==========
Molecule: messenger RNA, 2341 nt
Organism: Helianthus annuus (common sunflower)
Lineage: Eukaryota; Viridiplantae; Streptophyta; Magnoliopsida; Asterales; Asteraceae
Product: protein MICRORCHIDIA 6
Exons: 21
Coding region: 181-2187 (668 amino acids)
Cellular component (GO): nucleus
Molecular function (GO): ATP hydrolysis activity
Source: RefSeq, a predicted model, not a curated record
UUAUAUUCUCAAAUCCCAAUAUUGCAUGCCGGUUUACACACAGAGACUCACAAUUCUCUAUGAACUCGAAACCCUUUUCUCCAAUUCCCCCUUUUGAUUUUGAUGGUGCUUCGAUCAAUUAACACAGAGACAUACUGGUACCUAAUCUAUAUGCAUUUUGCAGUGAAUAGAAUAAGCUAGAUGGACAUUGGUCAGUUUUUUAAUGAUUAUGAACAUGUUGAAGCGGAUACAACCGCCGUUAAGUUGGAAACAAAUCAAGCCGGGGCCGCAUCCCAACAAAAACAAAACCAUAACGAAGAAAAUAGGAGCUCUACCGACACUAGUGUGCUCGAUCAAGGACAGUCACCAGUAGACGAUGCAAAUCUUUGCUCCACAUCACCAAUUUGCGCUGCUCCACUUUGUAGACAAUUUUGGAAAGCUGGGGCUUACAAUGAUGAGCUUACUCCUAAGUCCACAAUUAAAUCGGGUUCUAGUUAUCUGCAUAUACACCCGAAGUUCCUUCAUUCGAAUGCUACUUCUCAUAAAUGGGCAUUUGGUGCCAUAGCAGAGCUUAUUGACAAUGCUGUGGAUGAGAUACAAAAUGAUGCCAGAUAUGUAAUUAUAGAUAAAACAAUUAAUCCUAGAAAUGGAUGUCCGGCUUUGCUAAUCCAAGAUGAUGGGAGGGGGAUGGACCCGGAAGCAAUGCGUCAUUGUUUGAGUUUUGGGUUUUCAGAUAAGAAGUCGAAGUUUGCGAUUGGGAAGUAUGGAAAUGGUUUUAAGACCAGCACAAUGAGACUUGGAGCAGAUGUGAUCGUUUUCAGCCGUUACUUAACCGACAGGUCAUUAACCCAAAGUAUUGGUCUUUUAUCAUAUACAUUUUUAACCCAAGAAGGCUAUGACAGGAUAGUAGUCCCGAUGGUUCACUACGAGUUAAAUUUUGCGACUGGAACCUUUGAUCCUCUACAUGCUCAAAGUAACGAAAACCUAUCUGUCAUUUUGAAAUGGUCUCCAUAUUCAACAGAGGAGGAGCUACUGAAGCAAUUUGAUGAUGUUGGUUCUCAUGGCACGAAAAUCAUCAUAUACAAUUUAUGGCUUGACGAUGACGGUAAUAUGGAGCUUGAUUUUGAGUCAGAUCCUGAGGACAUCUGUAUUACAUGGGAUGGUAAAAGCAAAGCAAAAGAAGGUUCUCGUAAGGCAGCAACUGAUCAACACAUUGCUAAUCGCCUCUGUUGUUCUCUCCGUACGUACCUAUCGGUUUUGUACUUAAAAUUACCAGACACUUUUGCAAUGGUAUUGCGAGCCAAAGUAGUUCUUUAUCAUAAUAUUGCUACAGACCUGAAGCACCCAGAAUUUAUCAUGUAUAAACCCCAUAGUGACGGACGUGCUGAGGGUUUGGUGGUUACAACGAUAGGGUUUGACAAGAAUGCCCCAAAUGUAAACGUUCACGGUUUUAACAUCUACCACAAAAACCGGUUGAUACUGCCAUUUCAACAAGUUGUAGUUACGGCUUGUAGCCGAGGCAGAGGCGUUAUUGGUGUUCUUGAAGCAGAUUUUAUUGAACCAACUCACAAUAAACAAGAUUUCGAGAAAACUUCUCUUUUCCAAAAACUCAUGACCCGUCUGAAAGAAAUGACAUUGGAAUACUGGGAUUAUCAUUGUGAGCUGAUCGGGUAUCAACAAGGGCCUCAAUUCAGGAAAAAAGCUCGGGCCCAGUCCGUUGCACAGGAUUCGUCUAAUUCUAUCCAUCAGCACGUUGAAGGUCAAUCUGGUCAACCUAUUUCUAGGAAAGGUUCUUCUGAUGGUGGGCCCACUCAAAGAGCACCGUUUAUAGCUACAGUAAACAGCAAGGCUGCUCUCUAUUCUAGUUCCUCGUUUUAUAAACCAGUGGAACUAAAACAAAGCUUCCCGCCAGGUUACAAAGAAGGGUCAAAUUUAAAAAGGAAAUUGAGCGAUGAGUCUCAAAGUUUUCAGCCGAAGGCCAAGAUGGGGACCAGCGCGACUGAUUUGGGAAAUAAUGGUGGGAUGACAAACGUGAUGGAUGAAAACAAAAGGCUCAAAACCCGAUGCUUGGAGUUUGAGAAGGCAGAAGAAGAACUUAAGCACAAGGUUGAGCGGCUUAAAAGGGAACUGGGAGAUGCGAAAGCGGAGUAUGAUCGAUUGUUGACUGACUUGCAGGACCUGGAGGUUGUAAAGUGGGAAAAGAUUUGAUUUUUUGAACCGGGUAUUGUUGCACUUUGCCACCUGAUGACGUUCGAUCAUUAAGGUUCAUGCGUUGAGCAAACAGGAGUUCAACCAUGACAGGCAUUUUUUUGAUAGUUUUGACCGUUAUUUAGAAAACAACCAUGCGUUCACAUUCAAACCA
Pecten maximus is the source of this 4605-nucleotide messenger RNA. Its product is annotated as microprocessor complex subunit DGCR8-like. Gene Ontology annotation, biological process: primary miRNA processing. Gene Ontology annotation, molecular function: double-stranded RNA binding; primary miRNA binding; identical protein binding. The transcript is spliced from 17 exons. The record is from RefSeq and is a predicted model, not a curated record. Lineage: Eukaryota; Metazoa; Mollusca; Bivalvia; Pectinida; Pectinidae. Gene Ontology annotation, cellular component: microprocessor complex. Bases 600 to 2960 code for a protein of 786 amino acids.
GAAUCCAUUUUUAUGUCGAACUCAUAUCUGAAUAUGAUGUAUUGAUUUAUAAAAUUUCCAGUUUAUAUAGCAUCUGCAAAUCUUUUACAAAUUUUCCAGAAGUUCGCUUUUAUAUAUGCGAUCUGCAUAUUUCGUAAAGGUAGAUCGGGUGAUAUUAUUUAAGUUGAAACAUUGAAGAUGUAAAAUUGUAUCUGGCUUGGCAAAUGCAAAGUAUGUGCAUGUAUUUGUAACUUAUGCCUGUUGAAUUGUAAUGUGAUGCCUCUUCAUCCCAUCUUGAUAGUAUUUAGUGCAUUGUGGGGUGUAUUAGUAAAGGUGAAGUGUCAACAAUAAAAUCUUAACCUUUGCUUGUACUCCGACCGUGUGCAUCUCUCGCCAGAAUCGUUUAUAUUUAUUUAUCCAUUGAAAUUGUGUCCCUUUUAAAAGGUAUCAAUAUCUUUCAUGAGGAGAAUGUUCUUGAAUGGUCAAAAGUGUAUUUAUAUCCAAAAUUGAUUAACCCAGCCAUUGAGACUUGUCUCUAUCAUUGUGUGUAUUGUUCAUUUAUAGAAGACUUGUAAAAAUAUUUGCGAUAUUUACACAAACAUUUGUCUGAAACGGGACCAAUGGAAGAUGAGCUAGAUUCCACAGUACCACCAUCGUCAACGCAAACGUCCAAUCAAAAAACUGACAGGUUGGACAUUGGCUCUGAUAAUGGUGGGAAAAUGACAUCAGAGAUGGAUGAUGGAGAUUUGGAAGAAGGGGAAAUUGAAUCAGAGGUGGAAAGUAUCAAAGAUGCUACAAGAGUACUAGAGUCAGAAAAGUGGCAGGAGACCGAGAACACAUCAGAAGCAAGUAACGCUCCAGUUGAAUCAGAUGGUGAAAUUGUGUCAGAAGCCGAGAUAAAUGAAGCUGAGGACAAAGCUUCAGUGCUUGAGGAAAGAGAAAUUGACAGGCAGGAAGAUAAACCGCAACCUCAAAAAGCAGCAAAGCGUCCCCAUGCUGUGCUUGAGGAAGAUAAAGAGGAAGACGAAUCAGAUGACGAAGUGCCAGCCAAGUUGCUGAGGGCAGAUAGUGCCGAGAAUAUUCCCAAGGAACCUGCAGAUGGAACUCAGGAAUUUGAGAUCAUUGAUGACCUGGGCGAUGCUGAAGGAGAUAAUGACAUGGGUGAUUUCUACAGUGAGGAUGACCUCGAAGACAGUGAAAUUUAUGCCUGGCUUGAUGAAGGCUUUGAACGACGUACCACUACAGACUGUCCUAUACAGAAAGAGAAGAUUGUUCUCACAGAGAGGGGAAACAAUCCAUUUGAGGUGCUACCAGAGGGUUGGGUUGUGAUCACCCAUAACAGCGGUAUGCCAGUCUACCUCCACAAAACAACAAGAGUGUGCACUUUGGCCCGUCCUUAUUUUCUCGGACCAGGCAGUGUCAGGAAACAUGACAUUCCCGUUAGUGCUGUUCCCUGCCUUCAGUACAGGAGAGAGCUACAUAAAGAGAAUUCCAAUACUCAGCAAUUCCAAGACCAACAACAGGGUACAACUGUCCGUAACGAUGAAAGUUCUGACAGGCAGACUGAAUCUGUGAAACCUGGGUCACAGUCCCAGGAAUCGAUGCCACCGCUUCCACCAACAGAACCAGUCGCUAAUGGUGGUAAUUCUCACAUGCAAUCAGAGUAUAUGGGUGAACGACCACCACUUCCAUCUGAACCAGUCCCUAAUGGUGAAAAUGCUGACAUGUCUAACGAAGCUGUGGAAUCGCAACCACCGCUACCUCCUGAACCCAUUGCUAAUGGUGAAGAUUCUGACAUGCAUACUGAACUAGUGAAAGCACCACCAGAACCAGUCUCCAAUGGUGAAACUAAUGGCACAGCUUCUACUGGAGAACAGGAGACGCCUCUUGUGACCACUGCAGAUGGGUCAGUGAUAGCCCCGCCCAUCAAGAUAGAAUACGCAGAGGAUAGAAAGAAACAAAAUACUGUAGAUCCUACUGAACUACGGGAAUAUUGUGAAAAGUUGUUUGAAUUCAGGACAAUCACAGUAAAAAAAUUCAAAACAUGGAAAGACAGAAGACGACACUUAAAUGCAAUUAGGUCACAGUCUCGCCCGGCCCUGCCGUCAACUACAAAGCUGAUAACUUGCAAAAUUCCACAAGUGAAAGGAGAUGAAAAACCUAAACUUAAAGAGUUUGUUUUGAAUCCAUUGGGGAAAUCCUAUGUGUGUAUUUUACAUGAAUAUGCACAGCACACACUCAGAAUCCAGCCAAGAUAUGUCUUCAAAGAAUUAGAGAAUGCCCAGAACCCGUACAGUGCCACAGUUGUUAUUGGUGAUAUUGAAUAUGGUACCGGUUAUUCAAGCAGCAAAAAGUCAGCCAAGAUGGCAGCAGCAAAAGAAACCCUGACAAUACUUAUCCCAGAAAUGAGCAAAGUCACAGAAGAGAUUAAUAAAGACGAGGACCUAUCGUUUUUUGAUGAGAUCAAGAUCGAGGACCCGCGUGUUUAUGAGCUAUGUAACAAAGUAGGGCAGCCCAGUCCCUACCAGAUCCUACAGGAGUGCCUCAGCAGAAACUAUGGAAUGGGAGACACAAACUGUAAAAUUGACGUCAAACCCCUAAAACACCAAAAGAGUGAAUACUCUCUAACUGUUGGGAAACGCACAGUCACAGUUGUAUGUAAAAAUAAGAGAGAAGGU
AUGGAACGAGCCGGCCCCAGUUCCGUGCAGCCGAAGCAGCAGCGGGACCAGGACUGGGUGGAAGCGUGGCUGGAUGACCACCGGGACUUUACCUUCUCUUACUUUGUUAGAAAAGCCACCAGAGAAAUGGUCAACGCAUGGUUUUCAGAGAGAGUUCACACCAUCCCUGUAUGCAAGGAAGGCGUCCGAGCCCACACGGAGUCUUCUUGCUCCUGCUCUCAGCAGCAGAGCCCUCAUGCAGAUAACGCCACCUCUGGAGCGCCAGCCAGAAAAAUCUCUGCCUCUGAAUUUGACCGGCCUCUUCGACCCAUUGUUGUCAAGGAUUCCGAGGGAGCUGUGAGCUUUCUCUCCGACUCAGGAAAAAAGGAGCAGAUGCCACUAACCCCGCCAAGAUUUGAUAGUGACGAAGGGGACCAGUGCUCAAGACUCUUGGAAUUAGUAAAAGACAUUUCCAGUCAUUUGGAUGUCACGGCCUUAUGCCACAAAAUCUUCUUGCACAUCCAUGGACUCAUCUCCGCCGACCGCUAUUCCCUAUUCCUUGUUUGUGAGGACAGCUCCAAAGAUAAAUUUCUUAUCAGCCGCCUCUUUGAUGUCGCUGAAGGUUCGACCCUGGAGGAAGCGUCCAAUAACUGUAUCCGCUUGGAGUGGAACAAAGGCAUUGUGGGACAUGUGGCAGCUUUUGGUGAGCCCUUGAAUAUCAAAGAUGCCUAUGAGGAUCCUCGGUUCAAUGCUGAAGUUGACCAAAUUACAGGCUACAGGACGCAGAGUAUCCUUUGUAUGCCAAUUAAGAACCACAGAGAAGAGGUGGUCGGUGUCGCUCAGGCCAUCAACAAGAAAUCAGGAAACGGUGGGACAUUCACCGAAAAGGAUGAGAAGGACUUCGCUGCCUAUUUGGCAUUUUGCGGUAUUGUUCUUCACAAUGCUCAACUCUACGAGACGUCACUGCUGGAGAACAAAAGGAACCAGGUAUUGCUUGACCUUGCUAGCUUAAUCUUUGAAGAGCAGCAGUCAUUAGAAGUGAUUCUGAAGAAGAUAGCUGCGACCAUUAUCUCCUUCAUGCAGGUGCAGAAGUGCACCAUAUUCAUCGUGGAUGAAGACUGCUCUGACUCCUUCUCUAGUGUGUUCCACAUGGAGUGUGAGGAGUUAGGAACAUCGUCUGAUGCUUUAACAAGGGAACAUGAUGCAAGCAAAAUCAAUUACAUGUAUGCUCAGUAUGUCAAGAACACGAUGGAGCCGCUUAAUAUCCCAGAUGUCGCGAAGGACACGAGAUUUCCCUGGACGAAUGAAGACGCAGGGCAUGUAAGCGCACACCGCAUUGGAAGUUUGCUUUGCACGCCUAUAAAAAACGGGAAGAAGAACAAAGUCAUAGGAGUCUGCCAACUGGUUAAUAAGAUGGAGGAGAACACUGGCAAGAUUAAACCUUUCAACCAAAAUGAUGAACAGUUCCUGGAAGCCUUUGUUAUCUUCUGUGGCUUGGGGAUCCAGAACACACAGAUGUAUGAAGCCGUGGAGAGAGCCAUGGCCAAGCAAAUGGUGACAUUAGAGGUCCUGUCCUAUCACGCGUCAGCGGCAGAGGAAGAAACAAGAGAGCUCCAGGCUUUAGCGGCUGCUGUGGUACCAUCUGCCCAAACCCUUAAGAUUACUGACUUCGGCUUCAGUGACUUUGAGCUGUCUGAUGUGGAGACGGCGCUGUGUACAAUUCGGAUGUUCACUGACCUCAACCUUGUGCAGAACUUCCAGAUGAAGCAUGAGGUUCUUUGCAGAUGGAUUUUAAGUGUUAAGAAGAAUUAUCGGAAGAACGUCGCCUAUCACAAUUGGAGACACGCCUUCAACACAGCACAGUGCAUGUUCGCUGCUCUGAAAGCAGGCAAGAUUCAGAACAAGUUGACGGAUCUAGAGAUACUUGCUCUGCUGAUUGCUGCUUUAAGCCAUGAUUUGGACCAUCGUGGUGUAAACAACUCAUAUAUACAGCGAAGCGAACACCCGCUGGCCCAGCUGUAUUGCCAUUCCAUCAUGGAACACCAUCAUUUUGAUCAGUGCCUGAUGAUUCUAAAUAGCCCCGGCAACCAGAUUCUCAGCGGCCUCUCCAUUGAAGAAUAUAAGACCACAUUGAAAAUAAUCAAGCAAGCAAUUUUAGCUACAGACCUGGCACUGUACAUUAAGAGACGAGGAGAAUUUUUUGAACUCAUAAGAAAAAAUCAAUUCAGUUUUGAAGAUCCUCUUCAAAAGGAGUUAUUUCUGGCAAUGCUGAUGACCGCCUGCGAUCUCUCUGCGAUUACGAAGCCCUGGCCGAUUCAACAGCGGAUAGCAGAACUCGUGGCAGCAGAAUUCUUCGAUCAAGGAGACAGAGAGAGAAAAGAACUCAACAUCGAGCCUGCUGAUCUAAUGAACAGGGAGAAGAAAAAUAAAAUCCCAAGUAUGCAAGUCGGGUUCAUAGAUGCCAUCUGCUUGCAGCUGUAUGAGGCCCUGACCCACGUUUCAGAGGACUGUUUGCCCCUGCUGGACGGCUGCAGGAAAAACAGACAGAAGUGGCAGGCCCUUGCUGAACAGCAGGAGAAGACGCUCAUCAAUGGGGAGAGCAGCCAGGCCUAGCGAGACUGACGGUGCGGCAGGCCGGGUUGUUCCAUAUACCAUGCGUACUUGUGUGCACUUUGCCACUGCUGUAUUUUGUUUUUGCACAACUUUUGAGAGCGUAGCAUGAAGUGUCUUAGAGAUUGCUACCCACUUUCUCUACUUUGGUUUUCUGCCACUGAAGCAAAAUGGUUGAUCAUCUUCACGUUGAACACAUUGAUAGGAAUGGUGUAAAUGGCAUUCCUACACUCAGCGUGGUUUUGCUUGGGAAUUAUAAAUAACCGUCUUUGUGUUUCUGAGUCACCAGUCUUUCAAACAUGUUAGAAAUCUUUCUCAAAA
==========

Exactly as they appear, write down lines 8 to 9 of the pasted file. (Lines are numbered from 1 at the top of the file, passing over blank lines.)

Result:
Molecular function (GO): ATP hydrolysis activity
Source: RefSeq, a predicted model, not a curated record